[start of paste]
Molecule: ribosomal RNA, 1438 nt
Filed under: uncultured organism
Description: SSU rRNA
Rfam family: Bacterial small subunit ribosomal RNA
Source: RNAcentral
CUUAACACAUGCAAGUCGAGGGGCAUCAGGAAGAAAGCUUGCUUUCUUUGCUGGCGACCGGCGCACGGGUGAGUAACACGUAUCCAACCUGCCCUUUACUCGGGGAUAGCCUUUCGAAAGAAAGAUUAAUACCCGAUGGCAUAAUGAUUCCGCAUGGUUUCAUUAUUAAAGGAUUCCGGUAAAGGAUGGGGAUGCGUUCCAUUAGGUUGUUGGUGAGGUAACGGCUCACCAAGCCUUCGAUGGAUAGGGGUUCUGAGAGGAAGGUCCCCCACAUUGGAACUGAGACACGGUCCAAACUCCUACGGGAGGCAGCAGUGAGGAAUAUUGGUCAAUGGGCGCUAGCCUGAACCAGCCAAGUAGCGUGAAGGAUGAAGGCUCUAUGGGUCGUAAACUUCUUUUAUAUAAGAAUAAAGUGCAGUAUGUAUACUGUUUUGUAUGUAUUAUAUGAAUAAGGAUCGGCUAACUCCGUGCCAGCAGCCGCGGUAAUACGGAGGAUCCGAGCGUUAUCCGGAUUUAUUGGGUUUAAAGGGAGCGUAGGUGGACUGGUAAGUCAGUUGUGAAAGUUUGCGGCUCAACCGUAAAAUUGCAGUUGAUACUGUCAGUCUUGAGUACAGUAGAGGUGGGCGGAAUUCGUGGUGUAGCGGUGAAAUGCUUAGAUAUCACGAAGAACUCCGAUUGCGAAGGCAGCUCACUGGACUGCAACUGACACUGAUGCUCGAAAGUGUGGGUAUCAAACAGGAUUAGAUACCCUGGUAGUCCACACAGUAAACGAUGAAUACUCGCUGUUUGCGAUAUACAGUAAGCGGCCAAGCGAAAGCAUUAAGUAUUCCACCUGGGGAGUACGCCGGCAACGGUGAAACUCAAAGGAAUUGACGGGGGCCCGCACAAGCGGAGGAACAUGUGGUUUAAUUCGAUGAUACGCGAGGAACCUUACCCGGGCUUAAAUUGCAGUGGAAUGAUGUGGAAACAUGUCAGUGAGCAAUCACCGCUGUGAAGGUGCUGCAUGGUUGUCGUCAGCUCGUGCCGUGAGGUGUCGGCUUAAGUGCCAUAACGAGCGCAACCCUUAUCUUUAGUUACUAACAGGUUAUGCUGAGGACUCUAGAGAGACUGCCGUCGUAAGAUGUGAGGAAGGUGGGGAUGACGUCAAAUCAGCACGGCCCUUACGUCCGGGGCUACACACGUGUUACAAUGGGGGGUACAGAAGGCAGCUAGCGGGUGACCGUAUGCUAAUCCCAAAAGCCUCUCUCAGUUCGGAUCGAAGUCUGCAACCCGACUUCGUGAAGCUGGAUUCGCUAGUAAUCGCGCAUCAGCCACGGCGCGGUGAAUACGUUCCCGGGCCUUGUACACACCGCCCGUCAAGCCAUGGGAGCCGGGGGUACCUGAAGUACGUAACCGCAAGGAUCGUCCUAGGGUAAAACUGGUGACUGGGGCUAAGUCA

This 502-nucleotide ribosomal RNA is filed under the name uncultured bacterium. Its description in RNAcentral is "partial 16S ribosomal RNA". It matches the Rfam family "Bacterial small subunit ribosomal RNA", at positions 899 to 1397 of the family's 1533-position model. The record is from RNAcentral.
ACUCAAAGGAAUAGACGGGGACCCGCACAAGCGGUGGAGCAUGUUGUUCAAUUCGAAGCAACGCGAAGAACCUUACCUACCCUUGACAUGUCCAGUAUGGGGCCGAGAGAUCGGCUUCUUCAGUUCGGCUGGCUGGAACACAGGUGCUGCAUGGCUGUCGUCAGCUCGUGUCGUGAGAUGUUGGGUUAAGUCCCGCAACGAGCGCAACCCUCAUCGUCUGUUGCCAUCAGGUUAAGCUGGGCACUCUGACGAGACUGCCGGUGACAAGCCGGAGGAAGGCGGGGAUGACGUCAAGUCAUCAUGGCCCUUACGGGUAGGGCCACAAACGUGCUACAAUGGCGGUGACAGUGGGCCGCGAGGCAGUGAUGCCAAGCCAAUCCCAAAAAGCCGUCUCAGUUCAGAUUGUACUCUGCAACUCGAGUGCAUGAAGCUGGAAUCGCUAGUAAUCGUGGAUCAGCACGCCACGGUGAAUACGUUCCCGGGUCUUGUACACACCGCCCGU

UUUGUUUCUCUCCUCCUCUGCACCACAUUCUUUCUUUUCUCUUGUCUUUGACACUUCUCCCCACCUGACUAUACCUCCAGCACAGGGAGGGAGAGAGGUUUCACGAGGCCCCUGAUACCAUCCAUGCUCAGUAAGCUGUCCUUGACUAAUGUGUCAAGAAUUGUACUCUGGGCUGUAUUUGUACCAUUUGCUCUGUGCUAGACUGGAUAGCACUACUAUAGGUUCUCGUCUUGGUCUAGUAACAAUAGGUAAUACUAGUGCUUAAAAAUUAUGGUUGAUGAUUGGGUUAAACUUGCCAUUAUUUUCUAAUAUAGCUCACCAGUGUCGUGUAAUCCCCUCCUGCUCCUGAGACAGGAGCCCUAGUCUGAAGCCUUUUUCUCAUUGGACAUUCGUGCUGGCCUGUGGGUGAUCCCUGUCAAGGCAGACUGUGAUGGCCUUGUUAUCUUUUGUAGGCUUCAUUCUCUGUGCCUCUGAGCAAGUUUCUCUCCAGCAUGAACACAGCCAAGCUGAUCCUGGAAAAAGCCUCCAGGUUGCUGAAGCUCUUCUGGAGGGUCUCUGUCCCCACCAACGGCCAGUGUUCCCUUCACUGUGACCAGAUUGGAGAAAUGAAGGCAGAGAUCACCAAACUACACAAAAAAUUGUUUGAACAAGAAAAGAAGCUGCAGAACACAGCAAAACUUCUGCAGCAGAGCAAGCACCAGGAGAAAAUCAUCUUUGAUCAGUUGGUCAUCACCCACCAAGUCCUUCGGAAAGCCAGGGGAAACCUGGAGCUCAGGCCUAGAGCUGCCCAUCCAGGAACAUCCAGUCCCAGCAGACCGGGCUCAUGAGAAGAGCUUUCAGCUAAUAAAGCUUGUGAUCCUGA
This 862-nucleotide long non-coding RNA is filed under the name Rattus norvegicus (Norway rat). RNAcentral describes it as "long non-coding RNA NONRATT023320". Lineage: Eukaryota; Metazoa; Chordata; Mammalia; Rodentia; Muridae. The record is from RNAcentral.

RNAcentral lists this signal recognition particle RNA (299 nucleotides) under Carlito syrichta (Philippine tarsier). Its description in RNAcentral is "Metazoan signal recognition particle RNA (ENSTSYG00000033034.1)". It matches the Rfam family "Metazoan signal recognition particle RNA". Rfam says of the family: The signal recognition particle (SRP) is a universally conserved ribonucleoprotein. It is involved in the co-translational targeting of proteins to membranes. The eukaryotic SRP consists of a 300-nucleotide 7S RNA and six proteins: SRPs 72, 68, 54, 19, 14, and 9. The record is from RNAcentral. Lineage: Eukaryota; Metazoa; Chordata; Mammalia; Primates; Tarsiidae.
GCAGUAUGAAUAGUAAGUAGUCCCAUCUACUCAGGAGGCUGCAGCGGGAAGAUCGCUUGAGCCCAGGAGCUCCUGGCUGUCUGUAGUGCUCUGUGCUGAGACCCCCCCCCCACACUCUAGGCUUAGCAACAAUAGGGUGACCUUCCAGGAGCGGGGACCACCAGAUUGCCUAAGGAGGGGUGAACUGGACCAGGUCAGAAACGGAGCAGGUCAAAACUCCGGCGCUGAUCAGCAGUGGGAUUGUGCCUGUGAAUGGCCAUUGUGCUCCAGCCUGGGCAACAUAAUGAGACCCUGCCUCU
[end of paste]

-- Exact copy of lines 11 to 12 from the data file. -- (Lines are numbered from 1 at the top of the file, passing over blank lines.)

RNAcentral lists this signal recognition particle RNA (299 nucleotides) under Carlito syrichta (Philippine tarsier). Its description in RNAcentral is "Metazoan signal recognition particle RNA (ENSTSYG00000033034.1)". It matches the Rfam family "Metazoan signal recognition particle RNA". Rfam says of the family: The signal recognition particle (SRP) is a universally conserved ribonucleoprotein. It is involved in the co-translational targeting of proteins to membranes. The eukaryotic SRP consists of a 300-nucleotide 7S RNA and six proteins: SRPs 72, 68, 54, 19, 14, and 9. The record is from RNAcentral. Lineage: Eukaryota; Metazoa; Chordata; Mammalia; Primates; Tarsiidae.
GCAGUAUGAAUAGUAAGUAGUCCCAUCUACUCAGGAGGCUGCAGCGGGAAGAUCGCUUGAGCCCAGGAGCUCCUGGCUGUCUGUAGUGCUCUGUGCUGAGACCCCCCCCCCACACUCUAGGCUUAGCAACAAUAGGGUGACCUUCCAGGAGCGGGGACCACCAGAUUGCCUAAGGAGGGGUGAACUGGACCAGGUCAGAAACGGAGCAGGUCAAAACUCCGGCGCUGAUCAGCAGUGGGAUUGUGCCUGUGAAUGGCCAUUGUGCUCCAGCCUGGGCAACAUAAUGAGACCCUGCCUCU